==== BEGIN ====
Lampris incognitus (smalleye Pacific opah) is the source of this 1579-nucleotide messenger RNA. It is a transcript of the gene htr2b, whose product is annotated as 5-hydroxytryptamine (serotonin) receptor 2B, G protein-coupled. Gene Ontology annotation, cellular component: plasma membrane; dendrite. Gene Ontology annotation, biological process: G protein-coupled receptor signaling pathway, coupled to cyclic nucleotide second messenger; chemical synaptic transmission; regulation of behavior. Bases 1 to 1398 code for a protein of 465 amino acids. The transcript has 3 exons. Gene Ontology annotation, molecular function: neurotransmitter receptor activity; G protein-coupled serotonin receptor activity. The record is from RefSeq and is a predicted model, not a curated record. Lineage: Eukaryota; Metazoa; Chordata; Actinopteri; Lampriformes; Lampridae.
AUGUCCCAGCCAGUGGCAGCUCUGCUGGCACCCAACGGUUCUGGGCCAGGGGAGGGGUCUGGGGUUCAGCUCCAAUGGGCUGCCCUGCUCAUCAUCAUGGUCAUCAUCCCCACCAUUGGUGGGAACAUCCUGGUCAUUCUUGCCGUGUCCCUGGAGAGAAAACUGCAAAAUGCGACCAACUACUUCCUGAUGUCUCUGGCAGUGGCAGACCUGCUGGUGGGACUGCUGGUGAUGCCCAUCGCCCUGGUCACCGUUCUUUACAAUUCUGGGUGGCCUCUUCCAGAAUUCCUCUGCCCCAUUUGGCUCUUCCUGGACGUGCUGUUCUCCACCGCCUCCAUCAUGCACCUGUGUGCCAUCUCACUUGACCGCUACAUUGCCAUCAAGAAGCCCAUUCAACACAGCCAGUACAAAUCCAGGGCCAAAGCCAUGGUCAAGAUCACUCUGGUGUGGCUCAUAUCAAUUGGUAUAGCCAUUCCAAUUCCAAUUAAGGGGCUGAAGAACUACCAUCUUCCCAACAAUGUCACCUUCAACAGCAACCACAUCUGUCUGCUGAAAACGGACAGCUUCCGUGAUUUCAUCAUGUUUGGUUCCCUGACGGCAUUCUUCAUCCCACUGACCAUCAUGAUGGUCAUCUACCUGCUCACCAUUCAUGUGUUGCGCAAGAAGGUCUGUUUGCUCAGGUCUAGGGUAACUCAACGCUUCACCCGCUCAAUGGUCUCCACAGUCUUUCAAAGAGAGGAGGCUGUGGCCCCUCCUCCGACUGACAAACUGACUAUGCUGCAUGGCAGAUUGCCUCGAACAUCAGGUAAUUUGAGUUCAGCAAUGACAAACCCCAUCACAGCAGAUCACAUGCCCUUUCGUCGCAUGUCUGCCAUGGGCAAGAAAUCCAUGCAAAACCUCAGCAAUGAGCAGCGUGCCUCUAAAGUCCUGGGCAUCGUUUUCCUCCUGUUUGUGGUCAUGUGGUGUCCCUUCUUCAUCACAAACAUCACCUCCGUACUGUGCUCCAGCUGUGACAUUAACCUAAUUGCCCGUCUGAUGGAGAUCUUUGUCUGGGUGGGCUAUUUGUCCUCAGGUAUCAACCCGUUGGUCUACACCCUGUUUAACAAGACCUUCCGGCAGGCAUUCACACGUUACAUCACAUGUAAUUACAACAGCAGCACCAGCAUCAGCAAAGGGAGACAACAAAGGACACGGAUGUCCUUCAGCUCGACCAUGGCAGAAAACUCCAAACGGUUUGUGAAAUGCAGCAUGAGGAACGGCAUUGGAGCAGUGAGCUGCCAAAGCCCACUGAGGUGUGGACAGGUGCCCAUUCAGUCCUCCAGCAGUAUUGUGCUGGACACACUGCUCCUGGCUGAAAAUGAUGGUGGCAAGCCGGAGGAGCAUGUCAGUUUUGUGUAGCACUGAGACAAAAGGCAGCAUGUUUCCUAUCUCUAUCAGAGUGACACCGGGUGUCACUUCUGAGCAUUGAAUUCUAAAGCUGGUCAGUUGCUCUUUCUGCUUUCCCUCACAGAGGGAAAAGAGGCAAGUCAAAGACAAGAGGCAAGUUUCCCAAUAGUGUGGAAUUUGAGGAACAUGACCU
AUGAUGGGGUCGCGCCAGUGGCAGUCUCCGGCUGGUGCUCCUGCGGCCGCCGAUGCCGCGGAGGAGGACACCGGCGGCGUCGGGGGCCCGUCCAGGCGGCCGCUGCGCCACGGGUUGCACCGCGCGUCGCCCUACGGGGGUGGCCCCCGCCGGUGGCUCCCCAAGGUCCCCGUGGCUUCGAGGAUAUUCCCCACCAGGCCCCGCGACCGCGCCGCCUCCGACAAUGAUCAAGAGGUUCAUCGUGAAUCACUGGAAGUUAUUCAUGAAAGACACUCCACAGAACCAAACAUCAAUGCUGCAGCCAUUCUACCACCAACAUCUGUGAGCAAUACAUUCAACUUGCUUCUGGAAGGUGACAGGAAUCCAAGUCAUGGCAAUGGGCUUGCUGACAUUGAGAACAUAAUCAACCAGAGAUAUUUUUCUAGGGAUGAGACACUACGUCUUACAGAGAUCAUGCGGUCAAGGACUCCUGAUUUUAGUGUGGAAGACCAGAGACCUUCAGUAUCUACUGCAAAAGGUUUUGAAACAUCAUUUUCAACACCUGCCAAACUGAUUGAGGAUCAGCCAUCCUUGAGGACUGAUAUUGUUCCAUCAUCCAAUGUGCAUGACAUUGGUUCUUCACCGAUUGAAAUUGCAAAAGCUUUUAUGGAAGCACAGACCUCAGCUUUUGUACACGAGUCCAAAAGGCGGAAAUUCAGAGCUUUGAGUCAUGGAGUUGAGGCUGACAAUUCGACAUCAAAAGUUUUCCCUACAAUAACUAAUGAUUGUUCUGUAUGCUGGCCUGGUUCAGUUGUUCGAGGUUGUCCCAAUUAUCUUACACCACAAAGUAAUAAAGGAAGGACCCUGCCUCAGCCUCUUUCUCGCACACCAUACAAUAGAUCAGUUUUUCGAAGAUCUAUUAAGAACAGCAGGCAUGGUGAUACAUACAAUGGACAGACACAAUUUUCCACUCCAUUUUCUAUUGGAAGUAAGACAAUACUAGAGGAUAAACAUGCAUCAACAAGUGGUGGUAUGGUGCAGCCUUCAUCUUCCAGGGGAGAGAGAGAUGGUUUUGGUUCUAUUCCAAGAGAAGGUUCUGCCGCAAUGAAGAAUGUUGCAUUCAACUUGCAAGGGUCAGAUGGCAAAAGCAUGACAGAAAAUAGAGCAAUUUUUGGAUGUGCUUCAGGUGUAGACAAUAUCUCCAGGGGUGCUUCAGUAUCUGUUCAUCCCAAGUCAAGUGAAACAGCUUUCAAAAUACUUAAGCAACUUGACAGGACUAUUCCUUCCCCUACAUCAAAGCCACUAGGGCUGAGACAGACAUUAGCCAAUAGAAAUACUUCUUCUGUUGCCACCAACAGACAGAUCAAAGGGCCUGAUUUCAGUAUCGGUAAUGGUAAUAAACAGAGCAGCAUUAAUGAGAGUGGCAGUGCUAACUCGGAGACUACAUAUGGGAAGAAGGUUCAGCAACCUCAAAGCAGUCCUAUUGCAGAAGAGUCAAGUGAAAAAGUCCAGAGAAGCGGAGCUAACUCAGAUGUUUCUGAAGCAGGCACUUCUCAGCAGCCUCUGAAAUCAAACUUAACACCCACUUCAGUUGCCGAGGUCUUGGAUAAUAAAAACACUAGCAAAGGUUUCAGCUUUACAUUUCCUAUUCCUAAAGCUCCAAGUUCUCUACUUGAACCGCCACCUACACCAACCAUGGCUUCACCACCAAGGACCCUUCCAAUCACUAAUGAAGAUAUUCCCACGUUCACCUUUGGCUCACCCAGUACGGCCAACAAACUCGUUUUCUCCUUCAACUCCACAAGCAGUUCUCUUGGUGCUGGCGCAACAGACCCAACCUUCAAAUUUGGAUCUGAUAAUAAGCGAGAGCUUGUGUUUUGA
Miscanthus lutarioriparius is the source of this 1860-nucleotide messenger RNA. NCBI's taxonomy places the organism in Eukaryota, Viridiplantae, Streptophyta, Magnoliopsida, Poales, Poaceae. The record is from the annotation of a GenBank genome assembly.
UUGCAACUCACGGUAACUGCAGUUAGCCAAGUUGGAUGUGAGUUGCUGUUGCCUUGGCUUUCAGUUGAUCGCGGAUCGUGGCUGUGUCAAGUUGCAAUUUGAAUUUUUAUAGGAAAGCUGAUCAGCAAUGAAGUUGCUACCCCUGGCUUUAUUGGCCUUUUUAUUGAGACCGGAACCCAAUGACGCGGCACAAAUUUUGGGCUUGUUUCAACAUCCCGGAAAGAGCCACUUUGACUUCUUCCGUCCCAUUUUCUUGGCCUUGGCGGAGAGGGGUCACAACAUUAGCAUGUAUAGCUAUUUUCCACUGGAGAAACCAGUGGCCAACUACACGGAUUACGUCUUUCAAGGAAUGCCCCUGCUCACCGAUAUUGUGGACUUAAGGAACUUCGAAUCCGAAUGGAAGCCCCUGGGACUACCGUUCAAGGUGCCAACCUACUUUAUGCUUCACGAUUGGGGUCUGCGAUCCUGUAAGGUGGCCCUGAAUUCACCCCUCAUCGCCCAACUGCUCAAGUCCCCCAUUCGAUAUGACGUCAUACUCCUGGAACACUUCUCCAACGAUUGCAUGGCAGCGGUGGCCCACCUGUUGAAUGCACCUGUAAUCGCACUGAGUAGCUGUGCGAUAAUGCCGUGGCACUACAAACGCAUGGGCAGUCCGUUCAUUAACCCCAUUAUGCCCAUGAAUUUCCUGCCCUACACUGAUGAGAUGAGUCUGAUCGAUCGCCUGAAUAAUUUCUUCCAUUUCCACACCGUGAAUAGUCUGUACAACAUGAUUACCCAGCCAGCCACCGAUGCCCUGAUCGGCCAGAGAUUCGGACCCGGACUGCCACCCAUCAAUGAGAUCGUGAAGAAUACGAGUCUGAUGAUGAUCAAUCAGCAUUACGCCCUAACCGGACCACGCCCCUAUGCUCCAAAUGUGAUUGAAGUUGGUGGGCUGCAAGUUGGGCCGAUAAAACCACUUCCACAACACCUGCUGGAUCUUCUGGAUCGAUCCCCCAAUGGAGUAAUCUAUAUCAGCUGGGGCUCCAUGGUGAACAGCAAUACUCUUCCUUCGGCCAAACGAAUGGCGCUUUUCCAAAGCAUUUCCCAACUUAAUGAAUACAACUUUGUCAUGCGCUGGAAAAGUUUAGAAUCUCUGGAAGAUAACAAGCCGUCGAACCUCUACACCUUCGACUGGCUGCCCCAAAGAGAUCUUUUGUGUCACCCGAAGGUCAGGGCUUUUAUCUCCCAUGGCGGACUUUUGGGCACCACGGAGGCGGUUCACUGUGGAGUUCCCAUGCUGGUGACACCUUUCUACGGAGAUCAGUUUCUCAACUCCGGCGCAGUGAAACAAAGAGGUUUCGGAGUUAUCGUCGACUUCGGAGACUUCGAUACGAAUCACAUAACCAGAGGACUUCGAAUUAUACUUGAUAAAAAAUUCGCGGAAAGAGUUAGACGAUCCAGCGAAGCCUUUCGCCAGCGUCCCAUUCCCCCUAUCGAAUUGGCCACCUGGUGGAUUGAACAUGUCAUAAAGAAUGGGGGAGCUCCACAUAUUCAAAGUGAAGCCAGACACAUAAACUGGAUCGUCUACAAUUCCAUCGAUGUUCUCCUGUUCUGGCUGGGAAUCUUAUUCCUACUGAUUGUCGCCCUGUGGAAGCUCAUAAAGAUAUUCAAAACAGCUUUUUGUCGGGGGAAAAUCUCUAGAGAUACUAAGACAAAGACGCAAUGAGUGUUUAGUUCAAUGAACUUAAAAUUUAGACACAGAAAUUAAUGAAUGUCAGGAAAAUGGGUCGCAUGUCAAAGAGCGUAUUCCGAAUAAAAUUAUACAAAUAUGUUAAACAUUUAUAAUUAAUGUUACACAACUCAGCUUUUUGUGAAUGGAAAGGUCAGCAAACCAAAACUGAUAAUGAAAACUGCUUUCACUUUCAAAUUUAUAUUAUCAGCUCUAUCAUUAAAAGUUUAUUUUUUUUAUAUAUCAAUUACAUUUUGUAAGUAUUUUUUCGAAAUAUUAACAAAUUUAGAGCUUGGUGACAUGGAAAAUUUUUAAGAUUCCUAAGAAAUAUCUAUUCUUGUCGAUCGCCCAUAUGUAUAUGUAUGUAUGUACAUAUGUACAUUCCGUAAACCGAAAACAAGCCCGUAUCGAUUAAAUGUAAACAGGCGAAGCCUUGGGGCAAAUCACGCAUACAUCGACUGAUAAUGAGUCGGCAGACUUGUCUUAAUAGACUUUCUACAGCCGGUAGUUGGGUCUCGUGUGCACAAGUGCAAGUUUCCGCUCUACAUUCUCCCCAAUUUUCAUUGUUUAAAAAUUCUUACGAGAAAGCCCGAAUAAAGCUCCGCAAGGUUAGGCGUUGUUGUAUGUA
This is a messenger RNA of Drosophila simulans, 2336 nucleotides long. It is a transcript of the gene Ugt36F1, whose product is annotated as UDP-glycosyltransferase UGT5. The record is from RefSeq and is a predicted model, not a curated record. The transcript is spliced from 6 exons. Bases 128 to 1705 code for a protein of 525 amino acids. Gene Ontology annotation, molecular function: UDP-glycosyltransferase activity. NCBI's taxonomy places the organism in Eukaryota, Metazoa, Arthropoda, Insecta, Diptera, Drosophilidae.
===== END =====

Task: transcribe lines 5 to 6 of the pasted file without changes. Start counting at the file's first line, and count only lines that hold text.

UUGCAACUCACGGUAACUGCAGUUAGCCAAGUUGGAUGUGAGUUGCUGUUGCCUUGGCUUUCAGUUGAUCGCGGAUCGUGGCUGUGUCAAGUUGCAAUUUGAAUUUUUAUAGGAAAGCUGAUCAGCAAUGAAGUUGCUACCCCUGGCUUUAUUGGCCUUUUUAUUGAGACCGGAACCCAAUGACGCGGCACAAAUUUUGGGCUUGUUUCAACAUCCCGGAAAGAGCCACUUUGACUUCUUCCGUCCCAUUUUCUUGGCCUUGGCGGAGAGGGGUCACAACAUUAGCAUGUAUAGCUAUUUUCCACUGGAGAAACCAGUGGCCAACUACACGGAUUACGUCUUUCAAGGAAUGCCCCUGCUCACCGAUAUUGUGGACUUAAGGAACUUCGAAUCCGAAUGGAAGCCCCUGGGACUACCGUUCAAGGUGCCAACCUACUUUAUGCUUCACGAUUGGGGUCUGCGAUCCUGUAAGGUGGCCCUGAAUUCACCCCUCAUCGCCCAACUGCUCAAGUCCCCCAUUCGAUAUGACGUCAUACUCCUGGAACACUUCUCCAACGAUUGCAUGGCAGCGGUGGCCCACCUGUUGAAUGCACCUGUAAUCGCACUGAGUAGCUGUGCGAUAAUGCCGUGGCACUACAAACGCAUGGGCAGUCCGUUCAUUAACCCCAUUAUGCCCAUGAAUUUCCUGCCCUACACUGAUGAGAUGAGUCUGAUCGAUCGCCUGAAUAAUUUCUUCCAUUUCCACACCGUGAAUAGUCUGUACAACAUGAUUACCCAGCCAGCCACCGAUGCCCUGAUCGGCCAGAGAUUCGGACCCGGACUGCCACCCAUCAAUGAGAUCGUGAAGAAUACGAGUCUGAUGAUGAUCAAUCAGCAUUACGCCCUAACCGGACCACGCCCCUAUGCUCCAAAUGUGAUUGAAGUUGGUGGGCUGCAAGUUGGGCCGAUAAAACCACUUCCACAACACCUGCUGGAUCUUCUGGAUCGAUCCCCCAAUGGAGUAAUCUAUAUCAGCUGGGGCUCCAUGGUGAACAGCAAUACUCUUCCUUCGGCCAAACGAAUGGCGCUUUUCCAAAGCAUUUCCCAACUUAAUGAAUACAACUUUGUCAUGCGCUGGAAAAGUUUAGAAUCUCUGGAAGAUAACAAGCCGUCGAACCUCUACACCUUCGACUGGCUGCCCCAAAGAGAUCUUUUGUGUCACCCGAAGGUCAGGGCUUUUAUCUCCCAUGGCGGACUUUUGGGCACCACGGAGGCGGUUCACUGUGGAGUUCCCAUGCUGGUGACACCUUUCUACGGAGAUCAGUUUCUCAACUCCGGCGCAGUGAAACAAAGAGGUUUCGGAGUUAUCGUCGACUUCGGAGACUUCGAUACGAAUCACAUAACCAGAGGACUUCGAAUUAUACUUGAUAAAAAAUUCGCGGAAAGAGUUAGACGAUCCAGCGAAGCCUUUCGCCAGCGUCCCAUUCCCCCUAUCGAAUUGGCCACCUGGUGGAUUGAACAUGUCAUAAAGAAUGGGGGAGCUCCACAUAUUCAAAGUGAAGCCAGACACAUAAACUGGAUCGUCUACAAUUCCAUCGAUGUUCUCCUGUUCUGGCUGGGAAUCUUAUUCCUACUGAUUGUCGCCCUGUGGAAGCUCAUAAAGAUAUUCAAAACAGCUUUUUGUCGGGGGAAAAUCUCUAGAGAUACUAAGACAAAGACGCAAUGAGUGUUUAGUUCAAUGAACUUAAAAUUUAGACACAGAAAUUAAUGAAUGUCAGGAAAAUGGGUCGCAUGUCAAAGAGCGUAUUCCGAAUAAAAUUAUACAAAUAUGUUAAACAUUUAUAAUUAAUGUUACACAACUCAGCUUUUUGUGAAUGGAAAGGUCAGCAAACCAAAACUGAUAAUGAAAACUGCUUUCACUUUCAAAUUUAUAUUAUCAGCUCUAUCAUUAAAAGUUUAUUUUUUUUAUAUAUCAAUUACAUUUUGUAAGUAUUUUUUCGAAAUAUUAACAAAUUUAGAGCUUGGUGACAUGGAAAAUUUUUAAGAUUCCUAAGAAAUAUCUAUUCUUGUCGAUCGCCCAUAUGUAUAUGUAUGUAUGUACAUAUGUACAUUCCGUAAACCGAAAACAAGCCCGUAUCGAUUAAAUGUAAACAGGCGAAGCCUUGGGGCAAAUCACGCAUACAUCGACUGAUAAUGAGUCGGCAGACUUGUCUUAAUAGACUUUCUACAGCCGGUAGUUGGGUCUCGUGUGCACAAGUGCAAGUUUCCGCUCUACAUUCUCCCCAAUUUUCAUUGUUUAAAAAUUCUUACGAGAAAGCCCGAAUAAAGCUCCGCAAGGUUAGGCGUUGUUGUAUGUA
This is a messenger RNA of Drosophila simulans, 2336 nucleotides long. It is a transcript of the gene Ugt36F1, whose product is annotated as UDP-glycosyltransferase UGT5. The record is from RefSeq and is a predicted model, not a curated record. The transcript is spliced from 6 exons. Bases 128 to 1705 code for a protein of 525 amino acids. Gene Ontology annotation, molecular function: UDP-glycosyltransferase activity. NCBI's taxonomy places the organism in Eukaryota, Metazoa, Arthropoda, Insecta, Diptera, Drosophilidae.